There’s a lot of media reports today about the impact of falling oil prices on the Canadian housing market, which has led to a dramatic fall in sales, particularly near the oil patch in Alberta.
According to the Canadian Real Estate Association (CREA), Canadian home sales fell by 3.1% in January – the third consecutive monthly decline – and by 2% over the year, reflecting weakened activity in the oil sands strongholds of Calgary and Edmonton. Sales were down from the previous month in about 60% of all local housing markets. And if Calgary and Edmonton are removed from the national totals, then combined sales activity is 1.9% above year-ago levels, according to CREA (see below charts).
According to TD economist, Diana Petramala:
There is “a widening regional wedge” in Canada’s housing markets… as oil-importing cities’ housing markets benefit from lower oil prices while producer cities struggle…
Petramala sees a 10% decline in house prices from peak to trough in the energy cities.
Likewise, senior TD macro strategist, Mazen Issa, noted:
“The regional breakdown reveals a rush of homeowners looking to obtain top dollar before their respective regional housing market nosedives on the price… There is a clear sense of panic.”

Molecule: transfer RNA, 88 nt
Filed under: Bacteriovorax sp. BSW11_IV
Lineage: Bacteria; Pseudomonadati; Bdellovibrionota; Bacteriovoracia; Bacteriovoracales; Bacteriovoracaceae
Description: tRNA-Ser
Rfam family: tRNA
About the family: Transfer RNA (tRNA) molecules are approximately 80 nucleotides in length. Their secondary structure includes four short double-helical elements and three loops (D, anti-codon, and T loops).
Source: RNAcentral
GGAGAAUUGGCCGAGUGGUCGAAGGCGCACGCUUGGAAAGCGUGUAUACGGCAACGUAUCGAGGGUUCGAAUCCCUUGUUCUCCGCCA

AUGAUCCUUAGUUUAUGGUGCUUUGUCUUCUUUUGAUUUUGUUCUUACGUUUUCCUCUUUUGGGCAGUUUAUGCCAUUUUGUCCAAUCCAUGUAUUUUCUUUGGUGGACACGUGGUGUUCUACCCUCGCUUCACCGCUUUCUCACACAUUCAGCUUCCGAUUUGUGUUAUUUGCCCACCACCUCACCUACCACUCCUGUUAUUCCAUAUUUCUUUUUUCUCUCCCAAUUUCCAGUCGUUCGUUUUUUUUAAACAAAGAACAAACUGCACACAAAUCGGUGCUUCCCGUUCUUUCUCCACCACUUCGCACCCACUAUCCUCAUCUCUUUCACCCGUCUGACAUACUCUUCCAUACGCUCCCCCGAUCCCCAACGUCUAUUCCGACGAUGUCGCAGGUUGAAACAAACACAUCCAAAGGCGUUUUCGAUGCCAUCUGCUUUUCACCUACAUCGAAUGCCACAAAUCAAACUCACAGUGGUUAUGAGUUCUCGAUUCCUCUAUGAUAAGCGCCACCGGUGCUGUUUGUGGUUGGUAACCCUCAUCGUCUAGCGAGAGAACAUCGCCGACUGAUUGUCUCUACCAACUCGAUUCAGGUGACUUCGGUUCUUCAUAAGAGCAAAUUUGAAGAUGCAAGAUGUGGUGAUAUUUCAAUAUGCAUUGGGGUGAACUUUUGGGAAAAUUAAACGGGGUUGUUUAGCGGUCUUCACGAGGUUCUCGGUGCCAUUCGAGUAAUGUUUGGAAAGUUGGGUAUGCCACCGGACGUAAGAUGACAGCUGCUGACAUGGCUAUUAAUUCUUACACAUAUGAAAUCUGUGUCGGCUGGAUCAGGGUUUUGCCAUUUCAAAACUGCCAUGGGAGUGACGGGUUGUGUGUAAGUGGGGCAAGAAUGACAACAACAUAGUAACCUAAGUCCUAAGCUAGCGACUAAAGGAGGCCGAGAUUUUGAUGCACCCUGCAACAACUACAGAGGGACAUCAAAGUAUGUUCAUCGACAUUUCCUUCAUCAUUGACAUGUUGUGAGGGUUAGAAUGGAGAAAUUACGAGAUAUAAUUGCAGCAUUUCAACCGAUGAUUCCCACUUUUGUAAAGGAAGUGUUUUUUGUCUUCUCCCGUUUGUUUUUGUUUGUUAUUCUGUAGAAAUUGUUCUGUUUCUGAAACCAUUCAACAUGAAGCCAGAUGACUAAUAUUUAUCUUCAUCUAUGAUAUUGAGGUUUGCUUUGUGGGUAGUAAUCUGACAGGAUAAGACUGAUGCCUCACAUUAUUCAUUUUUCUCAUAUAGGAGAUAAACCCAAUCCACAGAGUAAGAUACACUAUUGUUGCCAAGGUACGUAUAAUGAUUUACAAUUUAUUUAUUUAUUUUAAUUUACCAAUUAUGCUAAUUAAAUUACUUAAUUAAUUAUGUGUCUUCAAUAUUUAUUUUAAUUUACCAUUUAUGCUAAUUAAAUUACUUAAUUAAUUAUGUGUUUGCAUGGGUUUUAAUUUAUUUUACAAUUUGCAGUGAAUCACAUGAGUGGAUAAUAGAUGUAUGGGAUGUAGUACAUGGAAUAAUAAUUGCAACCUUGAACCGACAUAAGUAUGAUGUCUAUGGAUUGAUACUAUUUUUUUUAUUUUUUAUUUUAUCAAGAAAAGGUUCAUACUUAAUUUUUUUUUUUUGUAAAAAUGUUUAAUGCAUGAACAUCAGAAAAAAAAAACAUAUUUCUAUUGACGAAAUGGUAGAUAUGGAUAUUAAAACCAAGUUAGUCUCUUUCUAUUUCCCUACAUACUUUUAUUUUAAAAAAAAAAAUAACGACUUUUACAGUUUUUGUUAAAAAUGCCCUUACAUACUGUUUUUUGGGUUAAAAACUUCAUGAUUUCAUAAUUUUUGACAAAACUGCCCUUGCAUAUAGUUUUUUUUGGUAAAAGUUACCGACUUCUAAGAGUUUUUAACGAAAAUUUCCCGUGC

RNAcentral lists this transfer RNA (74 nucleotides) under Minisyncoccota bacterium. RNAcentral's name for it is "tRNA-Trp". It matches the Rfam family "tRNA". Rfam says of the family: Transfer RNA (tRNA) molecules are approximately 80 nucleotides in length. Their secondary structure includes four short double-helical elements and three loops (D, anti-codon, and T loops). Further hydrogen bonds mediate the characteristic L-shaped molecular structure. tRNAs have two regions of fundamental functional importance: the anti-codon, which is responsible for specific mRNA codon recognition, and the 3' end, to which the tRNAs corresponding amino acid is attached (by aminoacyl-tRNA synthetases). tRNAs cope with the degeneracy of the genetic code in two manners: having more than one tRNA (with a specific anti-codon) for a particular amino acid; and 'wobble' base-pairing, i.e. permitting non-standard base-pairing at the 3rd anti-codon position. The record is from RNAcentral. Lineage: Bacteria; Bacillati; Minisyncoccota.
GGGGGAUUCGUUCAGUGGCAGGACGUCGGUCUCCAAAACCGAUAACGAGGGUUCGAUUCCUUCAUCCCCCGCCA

Certainly, the slowdown across the oil sands regions is yet to show up in prices, with Teranet revealing that prices nationally rose by 0.2% in January to be up 4.2% over the year. Further, Vancouver and Toronto hit record highs, although Canada’s second biggest city – Montreal – has fallen by 1.5% over the past year (see below charts).
Like Australia with iron ore, Canada is a commodity exporter that is highly dependent on oil to derive national income. And with oil prices in free fall, Canada’s terms-of-trade is getting smashed, leading to the prospect of an income shock bringing its highly inflated housing market down as Canada’s heavily indebted households deleverage.